• Regina Mayor, Leadership |

Over the past three decades, I’ve worked in the energy and natural resources (ENR) space. The industry has had its fair share of boom-and-bust moments, but resilience is built into energy leadership. It runs through the blood of ENR CEOs as they celebrate the good times, with a constant eye over their shoulders looking out for the next downturn or geopolitical challenge.

In 2022, there are lessons for leadership across all industries. KPMG’s latest CEO Outlook shines a light on the huge scale of challenge facing senior executives. In short, it no longer matters what industry you’re leading — it’s likely that, right now, you’re facing a monumental scale of growth obstacles and uncertainty. The ongoing war in Ukraine, coupled with uncertainty, supply chain challenges and inflationary pressures, has created a perfect storm for boardrooms.

According to 86 percent of global CEOs, we’re entering a recession over the next 12 months — one powered by geopolitics. The data highlights the stark reality of the situation we’re facing. There’s widespread recognition we’re in the midst of a period of great instability, but there are glimmers of hope and reasons for cautious optimism. While nearly nine out of 10 CEOs believe a recession will happen, three out of five (58 percent) feel it will be mild and short. And despite near-term economic challenges, CEOs have a renewed sense of optimism heading into 2023, with global economic confidence over the next 3 years at 71 percent (an increase of 11 percentage points from March 2022), the highest since 2020.

Ahead of taking on my new role as Global Head of Clients & Markets, I recently travelled around the world — from Australia to France — meeting colleagues and business leaders. Their stories were almost identical. Yes, different regions and industries face bespoke challenges, but we’re in a unique moment in history. Geopolitical and economic uncertainty is broadly similar wherever we live and work. There’s a sense we’re in this together and that the business world is prepared to roll up its sleeves and fight its way back to sustainable, long-term growth.

The data on resilience speaks for itself. In our findings, CEOs say they’re ready for a likely recession: 76 percent have planned for one, and 20 percent will be increasing measures to adapt to geopolitical issues in order to achieve their growth objectives over the next 3 years. In some cases, this has forced business leaders to significantly shift priorities and pivot business models to attempt to maintain their growth and confidence as they enter an incredibly challenging period.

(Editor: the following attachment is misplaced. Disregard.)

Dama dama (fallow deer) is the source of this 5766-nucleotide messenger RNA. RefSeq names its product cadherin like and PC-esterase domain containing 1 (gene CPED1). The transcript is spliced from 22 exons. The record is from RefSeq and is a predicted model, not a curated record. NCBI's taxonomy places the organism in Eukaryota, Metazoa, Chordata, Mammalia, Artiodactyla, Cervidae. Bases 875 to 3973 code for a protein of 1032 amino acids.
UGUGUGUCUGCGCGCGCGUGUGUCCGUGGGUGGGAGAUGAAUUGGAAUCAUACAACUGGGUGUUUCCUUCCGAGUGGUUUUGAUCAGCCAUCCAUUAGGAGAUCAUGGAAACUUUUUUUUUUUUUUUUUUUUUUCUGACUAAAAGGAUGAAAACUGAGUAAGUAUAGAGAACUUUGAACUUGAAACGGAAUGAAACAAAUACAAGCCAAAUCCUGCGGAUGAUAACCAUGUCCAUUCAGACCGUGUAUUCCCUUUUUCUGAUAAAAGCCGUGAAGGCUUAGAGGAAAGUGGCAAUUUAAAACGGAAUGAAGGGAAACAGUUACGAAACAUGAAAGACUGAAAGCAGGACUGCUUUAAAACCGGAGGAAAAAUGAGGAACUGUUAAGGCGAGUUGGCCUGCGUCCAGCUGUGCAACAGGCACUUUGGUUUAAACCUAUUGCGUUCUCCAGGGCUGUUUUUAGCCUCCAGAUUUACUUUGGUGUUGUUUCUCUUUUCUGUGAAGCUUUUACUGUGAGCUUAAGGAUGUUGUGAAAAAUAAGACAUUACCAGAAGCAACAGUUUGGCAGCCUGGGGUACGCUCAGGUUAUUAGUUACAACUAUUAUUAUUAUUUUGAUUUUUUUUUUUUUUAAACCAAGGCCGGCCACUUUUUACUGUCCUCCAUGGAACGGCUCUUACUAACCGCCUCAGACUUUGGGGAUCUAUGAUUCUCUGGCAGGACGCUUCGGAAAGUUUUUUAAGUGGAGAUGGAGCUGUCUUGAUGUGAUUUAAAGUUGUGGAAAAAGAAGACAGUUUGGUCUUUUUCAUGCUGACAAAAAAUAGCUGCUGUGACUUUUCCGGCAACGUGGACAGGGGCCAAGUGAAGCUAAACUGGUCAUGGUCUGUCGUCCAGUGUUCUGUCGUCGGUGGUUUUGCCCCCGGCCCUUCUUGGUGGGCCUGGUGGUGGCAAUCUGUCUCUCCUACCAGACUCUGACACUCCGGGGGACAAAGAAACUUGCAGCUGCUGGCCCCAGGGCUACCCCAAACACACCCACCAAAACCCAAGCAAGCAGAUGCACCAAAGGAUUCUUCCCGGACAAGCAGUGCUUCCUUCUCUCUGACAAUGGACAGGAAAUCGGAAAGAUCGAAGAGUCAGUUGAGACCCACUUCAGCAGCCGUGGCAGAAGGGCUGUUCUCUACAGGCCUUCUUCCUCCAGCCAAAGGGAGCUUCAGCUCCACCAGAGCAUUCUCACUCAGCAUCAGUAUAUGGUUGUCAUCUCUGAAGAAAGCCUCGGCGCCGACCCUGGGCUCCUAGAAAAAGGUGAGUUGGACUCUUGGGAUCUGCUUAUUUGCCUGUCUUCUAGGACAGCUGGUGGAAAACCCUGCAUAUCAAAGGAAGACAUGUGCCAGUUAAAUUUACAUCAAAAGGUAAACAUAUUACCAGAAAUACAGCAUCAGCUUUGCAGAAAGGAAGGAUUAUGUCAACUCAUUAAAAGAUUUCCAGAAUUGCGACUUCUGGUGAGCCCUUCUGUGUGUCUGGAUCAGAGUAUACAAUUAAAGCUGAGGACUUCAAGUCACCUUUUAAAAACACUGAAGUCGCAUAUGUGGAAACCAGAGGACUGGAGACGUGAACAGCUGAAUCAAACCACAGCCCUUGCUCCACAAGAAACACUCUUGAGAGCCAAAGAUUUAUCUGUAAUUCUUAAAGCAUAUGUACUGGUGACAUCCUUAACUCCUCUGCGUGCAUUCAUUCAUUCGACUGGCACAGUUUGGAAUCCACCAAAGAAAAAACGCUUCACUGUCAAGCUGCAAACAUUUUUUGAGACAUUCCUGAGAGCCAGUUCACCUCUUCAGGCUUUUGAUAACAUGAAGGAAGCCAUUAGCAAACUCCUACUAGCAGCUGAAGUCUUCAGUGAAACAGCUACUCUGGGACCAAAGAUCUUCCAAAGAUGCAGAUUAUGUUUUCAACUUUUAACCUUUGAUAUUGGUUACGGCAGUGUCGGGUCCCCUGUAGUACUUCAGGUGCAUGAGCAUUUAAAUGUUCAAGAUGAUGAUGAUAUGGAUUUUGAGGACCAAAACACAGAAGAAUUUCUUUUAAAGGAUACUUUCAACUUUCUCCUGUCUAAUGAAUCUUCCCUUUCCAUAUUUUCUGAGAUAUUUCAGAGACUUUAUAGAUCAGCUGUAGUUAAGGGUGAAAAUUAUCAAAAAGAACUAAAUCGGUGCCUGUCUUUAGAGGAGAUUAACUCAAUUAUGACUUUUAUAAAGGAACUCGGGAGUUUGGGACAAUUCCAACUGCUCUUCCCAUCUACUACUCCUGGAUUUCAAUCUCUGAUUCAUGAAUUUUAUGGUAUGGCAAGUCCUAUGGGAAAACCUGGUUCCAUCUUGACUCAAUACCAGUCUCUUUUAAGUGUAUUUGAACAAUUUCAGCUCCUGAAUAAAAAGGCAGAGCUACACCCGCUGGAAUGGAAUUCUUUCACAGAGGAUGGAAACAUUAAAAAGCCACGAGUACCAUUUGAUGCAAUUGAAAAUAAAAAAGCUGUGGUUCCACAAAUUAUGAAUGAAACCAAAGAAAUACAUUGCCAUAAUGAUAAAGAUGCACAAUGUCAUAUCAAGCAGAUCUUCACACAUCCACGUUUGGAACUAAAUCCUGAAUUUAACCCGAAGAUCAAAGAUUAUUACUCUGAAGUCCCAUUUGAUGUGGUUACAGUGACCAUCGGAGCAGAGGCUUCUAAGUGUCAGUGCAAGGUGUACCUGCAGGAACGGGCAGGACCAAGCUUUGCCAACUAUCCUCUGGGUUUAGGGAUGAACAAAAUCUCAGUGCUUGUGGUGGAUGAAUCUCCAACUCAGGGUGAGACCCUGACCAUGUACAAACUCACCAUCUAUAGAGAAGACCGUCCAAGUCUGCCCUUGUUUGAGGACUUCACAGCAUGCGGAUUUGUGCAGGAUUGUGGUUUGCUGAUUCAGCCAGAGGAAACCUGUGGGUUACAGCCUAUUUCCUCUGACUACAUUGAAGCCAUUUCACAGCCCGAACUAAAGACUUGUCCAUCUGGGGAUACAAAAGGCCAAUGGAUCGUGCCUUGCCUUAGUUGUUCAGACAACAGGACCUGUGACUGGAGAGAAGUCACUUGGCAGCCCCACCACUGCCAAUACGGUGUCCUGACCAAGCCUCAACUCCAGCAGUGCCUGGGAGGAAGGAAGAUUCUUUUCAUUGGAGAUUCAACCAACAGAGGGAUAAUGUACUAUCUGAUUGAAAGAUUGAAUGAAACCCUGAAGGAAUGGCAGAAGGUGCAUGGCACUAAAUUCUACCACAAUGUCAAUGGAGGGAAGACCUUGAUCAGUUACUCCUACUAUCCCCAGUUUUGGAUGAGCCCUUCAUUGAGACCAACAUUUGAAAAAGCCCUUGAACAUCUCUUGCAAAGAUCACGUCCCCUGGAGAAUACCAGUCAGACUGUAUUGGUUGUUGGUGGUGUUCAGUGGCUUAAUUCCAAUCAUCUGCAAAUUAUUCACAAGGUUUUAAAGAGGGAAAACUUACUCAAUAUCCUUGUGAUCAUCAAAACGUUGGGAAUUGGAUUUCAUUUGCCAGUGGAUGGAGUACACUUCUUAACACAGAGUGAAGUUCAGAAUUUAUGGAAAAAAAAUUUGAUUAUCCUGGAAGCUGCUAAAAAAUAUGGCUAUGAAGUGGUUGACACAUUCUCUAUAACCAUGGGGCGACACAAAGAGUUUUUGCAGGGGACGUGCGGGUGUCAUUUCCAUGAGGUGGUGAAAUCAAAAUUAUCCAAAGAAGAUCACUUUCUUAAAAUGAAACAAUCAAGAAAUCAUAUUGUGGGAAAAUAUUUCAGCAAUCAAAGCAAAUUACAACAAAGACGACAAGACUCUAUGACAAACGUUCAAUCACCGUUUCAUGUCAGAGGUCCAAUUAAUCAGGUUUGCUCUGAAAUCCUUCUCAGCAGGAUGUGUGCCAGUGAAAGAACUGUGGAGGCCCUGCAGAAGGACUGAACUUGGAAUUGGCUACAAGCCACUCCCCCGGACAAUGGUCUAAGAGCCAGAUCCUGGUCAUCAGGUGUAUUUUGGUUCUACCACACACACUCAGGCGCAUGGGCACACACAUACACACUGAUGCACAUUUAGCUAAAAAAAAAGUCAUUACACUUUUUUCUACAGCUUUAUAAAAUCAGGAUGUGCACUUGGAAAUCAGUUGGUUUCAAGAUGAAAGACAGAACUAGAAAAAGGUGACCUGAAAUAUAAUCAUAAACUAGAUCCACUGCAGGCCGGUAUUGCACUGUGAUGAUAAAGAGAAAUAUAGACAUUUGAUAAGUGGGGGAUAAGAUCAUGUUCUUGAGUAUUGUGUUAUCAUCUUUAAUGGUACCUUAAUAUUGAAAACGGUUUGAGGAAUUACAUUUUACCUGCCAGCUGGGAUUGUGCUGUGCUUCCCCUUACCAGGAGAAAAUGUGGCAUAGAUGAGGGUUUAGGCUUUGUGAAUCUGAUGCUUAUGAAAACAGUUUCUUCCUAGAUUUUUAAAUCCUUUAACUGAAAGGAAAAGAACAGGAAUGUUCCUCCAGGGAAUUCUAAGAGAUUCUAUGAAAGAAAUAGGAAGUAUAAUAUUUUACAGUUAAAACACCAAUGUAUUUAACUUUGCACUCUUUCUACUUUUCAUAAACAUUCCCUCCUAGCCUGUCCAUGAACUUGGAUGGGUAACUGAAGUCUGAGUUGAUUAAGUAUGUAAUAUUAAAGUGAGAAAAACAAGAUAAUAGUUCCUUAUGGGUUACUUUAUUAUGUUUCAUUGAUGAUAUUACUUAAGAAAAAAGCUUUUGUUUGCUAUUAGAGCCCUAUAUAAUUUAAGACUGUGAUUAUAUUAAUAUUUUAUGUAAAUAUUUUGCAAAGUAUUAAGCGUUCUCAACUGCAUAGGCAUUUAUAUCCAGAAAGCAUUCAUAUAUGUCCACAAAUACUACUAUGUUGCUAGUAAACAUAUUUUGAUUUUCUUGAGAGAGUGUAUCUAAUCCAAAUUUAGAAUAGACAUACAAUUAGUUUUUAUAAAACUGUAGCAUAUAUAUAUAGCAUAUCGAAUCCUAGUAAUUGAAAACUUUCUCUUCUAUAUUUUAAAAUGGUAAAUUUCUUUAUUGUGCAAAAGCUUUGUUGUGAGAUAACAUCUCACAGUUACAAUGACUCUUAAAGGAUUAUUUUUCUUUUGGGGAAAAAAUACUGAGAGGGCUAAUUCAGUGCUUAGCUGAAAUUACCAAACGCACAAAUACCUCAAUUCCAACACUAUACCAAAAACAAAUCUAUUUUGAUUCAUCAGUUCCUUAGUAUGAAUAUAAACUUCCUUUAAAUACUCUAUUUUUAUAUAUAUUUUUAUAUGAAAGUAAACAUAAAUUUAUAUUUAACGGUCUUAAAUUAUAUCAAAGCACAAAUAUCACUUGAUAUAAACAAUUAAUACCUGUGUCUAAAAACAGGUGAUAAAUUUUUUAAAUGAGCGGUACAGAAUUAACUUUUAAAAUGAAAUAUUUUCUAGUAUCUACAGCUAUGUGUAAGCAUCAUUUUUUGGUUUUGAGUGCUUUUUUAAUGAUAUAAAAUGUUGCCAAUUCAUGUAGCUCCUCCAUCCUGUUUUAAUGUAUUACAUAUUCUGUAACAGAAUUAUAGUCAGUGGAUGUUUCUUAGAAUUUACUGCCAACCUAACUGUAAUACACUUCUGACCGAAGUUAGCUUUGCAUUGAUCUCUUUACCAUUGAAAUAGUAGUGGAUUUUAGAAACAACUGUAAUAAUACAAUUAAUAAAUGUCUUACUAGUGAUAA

Adjusting strategies and diversifying supply chains

Our eyes are on CEOs, who will be looking to guide their organizations through any economic or global uncertainty. In response to geopolitical challenges, senior executives have already taken and plan to take several steps in the next 6 months to adjust their strategies:

  • 51 percent of global CEOs have discontinued their working relationship with Russia, and 34 percent plan to do so in the next 6 months 
  • 41 percent of global CEOs have adjusted their risk management procedures in light of geopolitical risk, and 39 percent plan to do so in the next 6 months
  • 40 percent of global CEOs have paused or reduced their digital transformation strategies in response to geopolitical challenges, and 40 percent plan to do so in the next 6 months

We’ve all seen the headlines on supply chain challenges. CEOs have taken note and are acting. Our survey notes that (as of August 2022) 47 percent of global leaders plan to diversify their supply chains in the next 6 months in response to geopolitical challenges, and 32 percent have already done so.

Global supply chain leaders are also starting to double down on investing in technology — including real-time, end-to-end analytics — to improve visibility across the entire value chain. For those with an eye to the future, they’ll have a more accurate understanding of how products and materials flow through the network and where the carbon, waste and energy issues are in the supply chain. With this insight, leaders can actually do something about it, moving from mere strategic intent to real tangible outcomes.

But this visibility isn’t automatic; it’s going to take time and investment. This is why it’s imperative businesses aren’t reactive during times of uncertainty. CEOs should stay focused and invest in the right digital transformation initiatives that will help drive growth in the years ahead. Such transformations can have a powerful impact on your operations and supply chains.

CEOs are now Chief Geopolitical Officers

It goes without saying that business leaders have taken on a profound new role in society. They’re navigating the geopolitical storms rumbling through the world today, trying to tackle their great environmental, social and governance issues, and helping ensure business survival and — ultimately — a return to long-term, sustainable growth.

From the small business owner to the multi-national CEO, the story is the same — and so is the challenge. If it isn’t already, you should embed geopolitical risks and assessments into your overall strategy.

There are many reasons to feel uncertain about what lies ahead, but my time in ENR has taught me a key lesson: there is always light at the end of the tunnel. The findings in our CEO Outlook reflect the growing resilience among CEOs in the world’s major businesses. With strong, purposeful and collaborative leadership, the world can once again focus on a return to sustainable growth that benefits everyone.